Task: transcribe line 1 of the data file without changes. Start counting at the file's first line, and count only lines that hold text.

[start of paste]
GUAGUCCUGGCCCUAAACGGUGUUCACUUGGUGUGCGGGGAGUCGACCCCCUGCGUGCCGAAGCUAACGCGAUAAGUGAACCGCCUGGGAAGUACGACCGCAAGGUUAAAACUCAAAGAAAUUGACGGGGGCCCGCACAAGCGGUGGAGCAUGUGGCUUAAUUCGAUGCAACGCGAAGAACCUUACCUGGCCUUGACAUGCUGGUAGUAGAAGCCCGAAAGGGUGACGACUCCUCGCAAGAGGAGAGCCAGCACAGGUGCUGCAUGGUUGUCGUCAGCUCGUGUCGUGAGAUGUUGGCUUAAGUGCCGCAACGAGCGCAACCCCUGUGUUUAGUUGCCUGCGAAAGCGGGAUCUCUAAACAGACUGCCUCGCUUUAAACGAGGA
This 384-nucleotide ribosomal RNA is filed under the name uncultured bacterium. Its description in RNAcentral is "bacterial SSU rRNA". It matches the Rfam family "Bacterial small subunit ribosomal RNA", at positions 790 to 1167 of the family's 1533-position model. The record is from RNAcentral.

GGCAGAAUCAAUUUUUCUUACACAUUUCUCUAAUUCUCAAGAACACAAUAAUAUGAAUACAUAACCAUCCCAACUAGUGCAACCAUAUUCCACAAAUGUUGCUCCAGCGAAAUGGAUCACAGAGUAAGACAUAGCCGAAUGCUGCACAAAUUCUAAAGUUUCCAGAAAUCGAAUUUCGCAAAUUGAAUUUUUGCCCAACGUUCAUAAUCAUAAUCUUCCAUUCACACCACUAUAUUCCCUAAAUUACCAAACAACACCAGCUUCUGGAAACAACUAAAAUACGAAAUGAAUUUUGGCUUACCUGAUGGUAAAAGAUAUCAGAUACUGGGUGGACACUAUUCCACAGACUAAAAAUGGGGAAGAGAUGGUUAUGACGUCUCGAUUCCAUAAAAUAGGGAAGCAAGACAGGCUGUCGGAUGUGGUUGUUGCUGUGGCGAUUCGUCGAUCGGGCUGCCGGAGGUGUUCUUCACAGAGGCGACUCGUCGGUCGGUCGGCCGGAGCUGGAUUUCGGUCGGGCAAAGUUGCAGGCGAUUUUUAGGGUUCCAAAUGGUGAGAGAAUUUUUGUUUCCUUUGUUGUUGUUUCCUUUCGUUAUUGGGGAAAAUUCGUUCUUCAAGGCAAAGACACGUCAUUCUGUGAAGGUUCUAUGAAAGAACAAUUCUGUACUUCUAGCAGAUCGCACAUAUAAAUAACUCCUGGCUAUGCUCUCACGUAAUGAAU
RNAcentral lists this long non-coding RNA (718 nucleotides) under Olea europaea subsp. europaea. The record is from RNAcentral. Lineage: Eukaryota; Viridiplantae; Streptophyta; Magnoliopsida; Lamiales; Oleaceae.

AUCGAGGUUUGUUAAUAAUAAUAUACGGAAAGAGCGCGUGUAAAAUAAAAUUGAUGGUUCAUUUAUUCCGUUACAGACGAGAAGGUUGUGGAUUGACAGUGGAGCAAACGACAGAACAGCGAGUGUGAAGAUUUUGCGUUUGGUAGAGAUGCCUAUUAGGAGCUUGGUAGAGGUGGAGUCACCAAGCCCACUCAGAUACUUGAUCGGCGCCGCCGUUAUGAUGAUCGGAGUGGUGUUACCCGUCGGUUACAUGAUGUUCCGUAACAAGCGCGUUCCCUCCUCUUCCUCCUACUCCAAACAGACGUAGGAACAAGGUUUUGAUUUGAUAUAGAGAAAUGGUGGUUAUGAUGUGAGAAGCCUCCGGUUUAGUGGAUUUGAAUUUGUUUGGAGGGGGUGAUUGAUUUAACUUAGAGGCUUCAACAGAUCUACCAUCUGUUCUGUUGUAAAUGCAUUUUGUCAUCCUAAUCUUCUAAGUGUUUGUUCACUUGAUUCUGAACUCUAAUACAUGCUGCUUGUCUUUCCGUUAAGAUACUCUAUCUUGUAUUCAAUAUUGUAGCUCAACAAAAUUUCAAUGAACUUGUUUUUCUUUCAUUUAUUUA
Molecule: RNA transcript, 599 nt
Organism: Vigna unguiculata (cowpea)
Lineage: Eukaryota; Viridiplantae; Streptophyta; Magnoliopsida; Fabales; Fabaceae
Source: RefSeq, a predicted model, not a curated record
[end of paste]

GUAGUCCUGGCCCUAAACGGUGUUCACUUGGUGUGCGGGGAGUCGACCCCCUGCGUGCCGAAGCUAACGCGAUAAGUGAACCGCCUGGGAAGUACGACCGCAAGGUUAAAACUCAAAGAAAUUGACGGGGGCCCGCACAAGCGGUGGAGCAUGUGGCUUAAUUCGAUGCAACGCGAAGAACCUUACCUGGCCUUGACAUGCUGGUAGUAGAAGCCCGAAAGGGUGACGACUCCUCGCAAGAGGAGAGCCAGCACAGGUGCUGCAUGGUUGUCGUCAGCUCGUGUCGUGAGAUGUUGGCUUAAGUGCCGCAACGAGCGCAACCCCUGUGUUUAGUUGCCUGCGAAAGCGGGAUCUCUAAACAGACUGCCUCGCUUUAAACGAGGA